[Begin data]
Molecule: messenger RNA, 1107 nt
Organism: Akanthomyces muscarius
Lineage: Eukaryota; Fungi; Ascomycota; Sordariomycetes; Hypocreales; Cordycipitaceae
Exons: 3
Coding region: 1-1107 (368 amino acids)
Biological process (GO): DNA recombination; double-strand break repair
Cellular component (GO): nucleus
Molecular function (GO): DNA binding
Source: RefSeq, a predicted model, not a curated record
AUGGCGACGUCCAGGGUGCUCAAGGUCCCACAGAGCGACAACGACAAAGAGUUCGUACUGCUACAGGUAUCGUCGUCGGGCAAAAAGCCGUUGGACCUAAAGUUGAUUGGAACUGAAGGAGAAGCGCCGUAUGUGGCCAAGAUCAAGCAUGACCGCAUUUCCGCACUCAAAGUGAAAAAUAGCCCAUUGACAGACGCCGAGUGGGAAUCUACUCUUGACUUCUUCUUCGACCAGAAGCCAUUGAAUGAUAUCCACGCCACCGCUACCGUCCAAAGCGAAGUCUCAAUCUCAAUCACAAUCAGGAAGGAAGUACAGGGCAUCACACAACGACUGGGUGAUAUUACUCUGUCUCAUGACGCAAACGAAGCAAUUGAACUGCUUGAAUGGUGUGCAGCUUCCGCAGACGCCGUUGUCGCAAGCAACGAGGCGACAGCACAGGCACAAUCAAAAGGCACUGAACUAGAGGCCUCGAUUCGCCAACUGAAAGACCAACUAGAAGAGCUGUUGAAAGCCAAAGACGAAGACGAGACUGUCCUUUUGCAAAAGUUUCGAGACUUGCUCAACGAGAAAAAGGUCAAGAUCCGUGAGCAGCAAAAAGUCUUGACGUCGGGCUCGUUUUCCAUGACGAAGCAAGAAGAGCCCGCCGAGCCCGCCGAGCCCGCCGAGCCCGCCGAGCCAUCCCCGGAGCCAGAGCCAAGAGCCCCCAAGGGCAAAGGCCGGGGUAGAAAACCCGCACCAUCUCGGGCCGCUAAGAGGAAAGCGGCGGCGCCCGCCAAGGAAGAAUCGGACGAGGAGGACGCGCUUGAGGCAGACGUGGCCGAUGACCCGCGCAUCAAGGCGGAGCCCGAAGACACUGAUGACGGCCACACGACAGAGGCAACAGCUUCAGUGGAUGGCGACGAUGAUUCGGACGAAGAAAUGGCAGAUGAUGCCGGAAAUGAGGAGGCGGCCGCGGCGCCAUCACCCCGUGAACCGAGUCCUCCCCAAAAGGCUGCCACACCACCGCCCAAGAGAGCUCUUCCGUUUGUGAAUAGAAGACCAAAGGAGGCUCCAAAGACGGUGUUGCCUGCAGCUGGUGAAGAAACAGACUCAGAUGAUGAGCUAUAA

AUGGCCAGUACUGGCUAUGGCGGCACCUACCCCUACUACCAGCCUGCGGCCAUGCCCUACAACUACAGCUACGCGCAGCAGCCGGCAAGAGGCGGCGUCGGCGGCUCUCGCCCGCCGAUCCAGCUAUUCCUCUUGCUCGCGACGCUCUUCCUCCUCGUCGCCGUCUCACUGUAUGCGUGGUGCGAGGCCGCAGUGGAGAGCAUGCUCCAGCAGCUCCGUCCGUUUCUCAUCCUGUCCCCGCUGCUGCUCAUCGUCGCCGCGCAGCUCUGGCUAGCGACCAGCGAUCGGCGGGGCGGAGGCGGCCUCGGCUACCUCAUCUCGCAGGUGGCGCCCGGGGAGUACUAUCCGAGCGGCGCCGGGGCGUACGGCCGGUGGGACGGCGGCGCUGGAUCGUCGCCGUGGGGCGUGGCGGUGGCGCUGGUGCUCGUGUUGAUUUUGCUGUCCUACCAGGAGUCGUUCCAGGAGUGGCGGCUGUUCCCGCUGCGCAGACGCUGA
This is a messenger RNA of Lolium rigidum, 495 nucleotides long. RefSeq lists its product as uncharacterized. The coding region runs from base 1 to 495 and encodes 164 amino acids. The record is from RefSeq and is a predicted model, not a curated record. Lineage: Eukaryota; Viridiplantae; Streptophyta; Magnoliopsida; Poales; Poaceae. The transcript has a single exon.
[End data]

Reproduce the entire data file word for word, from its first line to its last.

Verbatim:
Molecule: messenger RNA, 1107 nt
Organism: Akanthomyces muscarius
Lineage: Eukaryota; Fungi; Ascomycota; Sordariomycetes; Hypocreales; Cordycipitaceae
Exons: 3
Coding region: 1-1107 (368 amino acids)
Biological process (GO): DNA recombination; double-strand break repair
Cellular component (GO): nucleus
Molecular function (GO): DNA binding
Source: RefSeq, a predicted model, not a curated record
AUGGCGACGUCCAGGGUGCUCAAGGUCCCACAGAGCGACAACGACAAAGAGUUCGUACUGCUACAGGUAUCGUCGUCGGGCAAAAAGCCGUUGGACCUAAAGUUGAUUGGAACUGAAGGAGAAGCGCCGUAUGUGGCCAAGAUCAAGCAUGACCGCAUUUCCGCACUCAAAGUGAAAAAUAGCCCAUUGACAGACGCCGAGUGGGAAUCUACUCUUGACUUCUUCUUCGACCAGAAGCCAUUGAAUGAUAUCCACGCCACCGCUACCGUCCAAAGCGAAGUCUCAAUCUCAAUCACAAUCAGGAAGGAAGUACAGGGCAUCACACAACGACUGGGUGAUAUUACUCUGUCUCAUGACGCAAACGAAGCAAUUGAACUGCUUGAAUGGUGUGCAGCUUCCGCAGACGCCGUUGUCGCAAGCAACGAGGCGACAGCACAGGCACAAUCAAAAGGCACUGAACUAGAGGCCUCGAUUCGCCAACUGAAAGACCAACUAGAAGAGCUGUUGAAAGCCAAAGACGAAGACGAGACUGUCCUUUUGCAAAAGUUUCGAGACUUGCUCAACGAGAAAAAGGUCAAGAUCCGUGAGCAGCAAAAAGUCUUGACGUCGGGCUCGUUUUCCAUGACGAAGCAAGAAGAGCCCGCCGAGCCCGCCGAGCCCGCCGAGCCCGCCGAGCCAUCCCCGGAGCCAGAGCCAAGAGCCCCCAAGGGCAAAGGCCGGGGUAGAAAACCCGCACCAUCUCGGGCCGCUAAGAGGAAAGCGGCGGCGCCCGCCAAGGAAGAAUCGGACGAGGAGGACGCGCUUGAGGCAGACGUGGCCGAUGACCCGCGCAUCAAGGCGGAGCCCGAAGACACUGAUGACGGCCACACGACAGAGGCAACAGCUUCAGUGGAUGGCGACGAUGAUUCGGACGAAGAAAUGGCAGAUGAUGCCGGAAAUGAGGAGGCGGCCGCGGCGCCAUCACCCCGUGAACCGAGUCCUCCCCAAAAGGCUGCCACACCACCGCCCAAGAGAGCUCUUCCGUUUGUGAAUAGAAGACCAAAGGAGGCUCCAAAGACGGUGUUGCCUGCAGCUGGUGAAGAAACAGACUCAGAUGAUGAGCUAUAA

AUGGCCAGUACUGGCUAUGGCGGCACCUACCCCUACUACCAGCCUGCGGCCAUGCCCUACAACUACAGCUACGCGCAGCAGCCGGCAAGAGGCGGCGUCGGCGGCUCUCGCCCGCCGAUCCAGCUAUUCCUCUUGCUCGCGACGCUCUUCCUCCUCGUCGCCGUCUCACUGUAUGCGUGGUGCGAGGCCGCAGUGGAGAGCAUGCUCCAGCAGCUCCGUCCGUUUCUCAUCCUGUCCCCGCUGCUGCUCAUCGUCGCCGCGCAGCUCUGGCUAGCGACCAGCGAUCGGCGGGGCGGAGGCGGCCUCGGCUACCUCAUCUCGCAGGUGGCGCCCGGGGAGUACUAUCCGAGCGGCGCCGGGGCGUACGGCCGGUGGGACGGCGGCGCUGGAUCGUCGCCGUGGGGCGUGGCGGUGGCGCUGGUGCUCGUGUUGAUUUUGCUGUCCUACCAGGAGUCGUUCCAGGAGUGGCGGCUGUUCCCGCUGCGCAGACGCUGA
This is a messenger RNA of Lolium rigidum, 495 nucleotides long. RefSeq lists its product as uncharacterized. The coding region runs from base 1 to 495 and encodes 164 amino acids. The record is from RefSeq and is a predicted model, not a curated record. Lineage: Eukaryota; Viridiplantae; Streptophyta; Magnoliopsida; Poales; Poaceae. The transcript has a single exon.